Is Opioid Medication Doing More Harm Than Good?
Opioid medicine is both a blessing and a curse.
Opioid medications were a godsend for patients suffering from extreme, acute pain. But with the advent of advanced pain treatment, excessive prescribing of opioids stopped helping and started hurting instead.
A History of Opiates
Opioids and other analgesics have a long history that goes back further than you might think.
In 1600s Europe, physicians used opium derived from the poppy papaver somniferum to treat their patient’s pain. By the 1800s, developments in pain treatment saw chloroform and ether become the most-used anesthetics for surgery. But even then, there were questions about the ethics of using pain relief treatments. Doctors debated the morals of operating on unconscious patients, while others questioned whether pain relief would interfere with the healing process.
The turn of the 20th century saw the rise of natural alkaloids, the precursor to today’s synthetic opioids. Doctors, however, were hesitant to prescribe these types of medications. Despite the many positive effects of the medicines, there was concern that they could make patients more vulnerable to addiction. These fears weren’t unfounded because the drugs they prescribed,
Ironically, included morphine and heroin—both highly addictive substances.
It’s clear that the debate surrounding pain relief treatment has been ongoing for a long time. The ultimate physician’s dilemma is: are prescription pain medications like opioids doing more harm than good?
The Beginnings of a Crisis
According to the Pain Research Forum, chronic pain affects approximately one-third of all Americans. And unfortunately, chronic pain is difficult to treat effectively – specialists are always searching for ways to help chronic pain sufferers without worsening their condition through long-term drug use.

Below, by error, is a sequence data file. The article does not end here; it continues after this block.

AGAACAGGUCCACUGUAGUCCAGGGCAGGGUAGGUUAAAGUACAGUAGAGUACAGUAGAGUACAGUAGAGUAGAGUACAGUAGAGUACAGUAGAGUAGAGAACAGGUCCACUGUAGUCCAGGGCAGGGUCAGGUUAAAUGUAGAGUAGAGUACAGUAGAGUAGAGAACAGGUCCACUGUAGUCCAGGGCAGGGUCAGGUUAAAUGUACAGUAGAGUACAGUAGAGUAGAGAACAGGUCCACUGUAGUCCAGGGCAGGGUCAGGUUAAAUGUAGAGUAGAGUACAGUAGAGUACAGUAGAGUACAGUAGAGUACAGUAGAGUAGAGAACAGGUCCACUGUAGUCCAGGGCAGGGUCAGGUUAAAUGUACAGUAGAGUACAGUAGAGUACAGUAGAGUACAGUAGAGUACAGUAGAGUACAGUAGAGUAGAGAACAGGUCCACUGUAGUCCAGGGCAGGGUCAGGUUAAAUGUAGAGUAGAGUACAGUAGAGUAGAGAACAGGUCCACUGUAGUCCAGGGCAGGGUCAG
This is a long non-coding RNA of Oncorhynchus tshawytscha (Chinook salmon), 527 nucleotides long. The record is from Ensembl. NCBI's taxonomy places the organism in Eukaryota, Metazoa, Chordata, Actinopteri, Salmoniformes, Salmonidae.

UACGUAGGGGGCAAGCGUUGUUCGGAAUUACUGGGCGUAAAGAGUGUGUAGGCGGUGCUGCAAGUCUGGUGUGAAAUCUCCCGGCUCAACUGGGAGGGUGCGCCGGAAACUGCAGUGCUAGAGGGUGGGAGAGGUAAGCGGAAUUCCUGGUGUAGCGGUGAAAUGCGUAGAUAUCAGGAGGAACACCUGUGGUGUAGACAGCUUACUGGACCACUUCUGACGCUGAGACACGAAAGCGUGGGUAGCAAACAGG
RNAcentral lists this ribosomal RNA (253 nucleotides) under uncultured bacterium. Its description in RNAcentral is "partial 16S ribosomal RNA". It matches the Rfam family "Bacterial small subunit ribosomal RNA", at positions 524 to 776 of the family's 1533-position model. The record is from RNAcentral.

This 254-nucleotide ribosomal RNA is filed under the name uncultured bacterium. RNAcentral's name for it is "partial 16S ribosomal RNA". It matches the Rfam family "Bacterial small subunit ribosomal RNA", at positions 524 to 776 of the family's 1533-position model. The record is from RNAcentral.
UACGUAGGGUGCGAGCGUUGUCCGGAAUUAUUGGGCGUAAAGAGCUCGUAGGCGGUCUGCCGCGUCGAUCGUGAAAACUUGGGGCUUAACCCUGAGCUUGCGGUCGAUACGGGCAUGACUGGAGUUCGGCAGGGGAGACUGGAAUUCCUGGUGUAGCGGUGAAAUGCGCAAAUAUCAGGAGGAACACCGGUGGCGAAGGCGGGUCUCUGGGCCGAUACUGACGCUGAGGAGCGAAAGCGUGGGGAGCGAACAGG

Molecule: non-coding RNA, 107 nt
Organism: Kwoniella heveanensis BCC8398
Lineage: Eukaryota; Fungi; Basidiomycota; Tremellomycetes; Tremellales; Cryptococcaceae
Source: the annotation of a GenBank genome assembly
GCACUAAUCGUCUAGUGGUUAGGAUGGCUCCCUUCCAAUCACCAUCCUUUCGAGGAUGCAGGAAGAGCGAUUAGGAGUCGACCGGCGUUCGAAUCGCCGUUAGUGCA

Pain as a field of medical study truly coalesced in the 1960s. By the 1980s, progressive pain treatment specialists believed that opioids were associated with “low incidences of addictive behavior,” and opioid medicine was an effective way to treat chronic pain. What came next was a 20-year push by the pharmaceutical industry for doctors to prescribe opioids with frightening abandon.
While the notion of ‘safe and effective pain treatment’ isn’t the sole cause of today’s ravaging opioid crisis, it’s undoubtedly a significant contributor. At its core, the problem was—and is—rooted in what psychiatric and biobehavioral science researcher Marcia Meldrum calls “a prescription culture.”
What The Experts Say
Steven D. Feinberg, MD and pain management specialist in California says, “The pendulum swung all the way in the other direction.” Rather than feeling better, people who were prescribed large doses of opioid medications stayed the same, while some even got worse. For them, it was no longer treatment. It was dependency.
Gary Franklin of the University of Washington says there’s good reason to believe that the long-term use of opioids to treat chronic pain is having the opposite of its intended effect. It doesn’t benefit patients and poses a higher risk for harm, addiction, overdose, and even death. Says Franklin, the problem started with organized medicine, and it will take reforms to the organized medical system to solve it.